What, exactly, does the e-word evolved add to the understanding of the adaptive immune system? It adds fat, not meat. The essential parts of the explanation could be conveyed easily without Darwin. Basically,
- The adaptive immune system is “impossibly elegant” (i.e., for unguided processes).
- It is devastatingly destructive to pathogens.
- It acts with antigen specificity, can expand by cloning, and has long-term memory.
- Without regulation, it could damage the host’s tissues, but it follows the Hippocratic oath: “First, do no harm.”
- The system regulates inflammation below a threshold so as to avoid harm to the host.
- Molecular processes and cellular mediators monitor and maintain homeostasis.
Isn’t that cleaner? The reader can breathe easier without the smoke of being told over and over that all these elegant mechanisms “evolved.”
Seven biologists looked for “convergent evolution” between two very different mammals — whales and bats — that use echolocation. Amir Marcovitz et al., in PNAS, relied on Darwinism for their research. It’s right there in the title: “A functional enrichment test for molecular convergent evolution finds a clear protein-coding signal in echolocating bats and whales.” The researchers found not only phenotypic convergence, but convergence all the way down to protein molecules! Can the findings survive a Darwin-ectomy? Sounds like a tough operation.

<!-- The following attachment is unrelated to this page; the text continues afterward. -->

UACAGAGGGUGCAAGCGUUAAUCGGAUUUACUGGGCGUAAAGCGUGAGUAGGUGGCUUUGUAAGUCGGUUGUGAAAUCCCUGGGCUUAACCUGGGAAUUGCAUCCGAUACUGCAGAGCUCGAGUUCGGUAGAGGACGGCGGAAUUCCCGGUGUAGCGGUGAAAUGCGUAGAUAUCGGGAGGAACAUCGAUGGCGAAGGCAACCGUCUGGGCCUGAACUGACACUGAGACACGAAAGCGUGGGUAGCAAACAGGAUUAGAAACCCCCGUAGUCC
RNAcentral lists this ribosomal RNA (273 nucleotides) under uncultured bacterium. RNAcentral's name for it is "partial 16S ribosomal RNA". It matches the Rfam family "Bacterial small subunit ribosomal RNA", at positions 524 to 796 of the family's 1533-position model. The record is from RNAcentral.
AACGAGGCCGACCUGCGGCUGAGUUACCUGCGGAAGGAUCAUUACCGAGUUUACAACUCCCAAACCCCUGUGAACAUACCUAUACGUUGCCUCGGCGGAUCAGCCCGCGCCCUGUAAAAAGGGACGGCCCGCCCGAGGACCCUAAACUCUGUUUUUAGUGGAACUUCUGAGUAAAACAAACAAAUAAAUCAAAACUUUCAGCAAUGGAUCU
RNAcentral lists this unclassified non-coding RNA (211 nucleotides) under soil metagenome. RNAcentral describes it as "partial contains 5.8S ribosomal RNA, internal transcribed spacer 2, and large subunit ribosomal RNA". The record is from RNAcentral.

Echolocation is a prime example of convergent evolution, the independent gain of similar features in species of different lineages. Is phenotypic convergence driven by underlying molecular convergence? If so, could molecular convergence include contributions from highly constrained, often-pleotropic, coding regions? We develop a generalizable test that offers a resounding “yes” to both extensively debated questions. Our test highlights molecular convergence in genes regulating the cochlear ganglion of echolocating bats and whales, the skin of aquatic mammals, and the lung of high-altitude mammals. Importantly, the approach correctly dismisses confounding convergence-like patterns, such as those from sequence decay of vision genes in blind subterranean species, and is readily applicable to the thousands of genomes sequenced across the tree of life.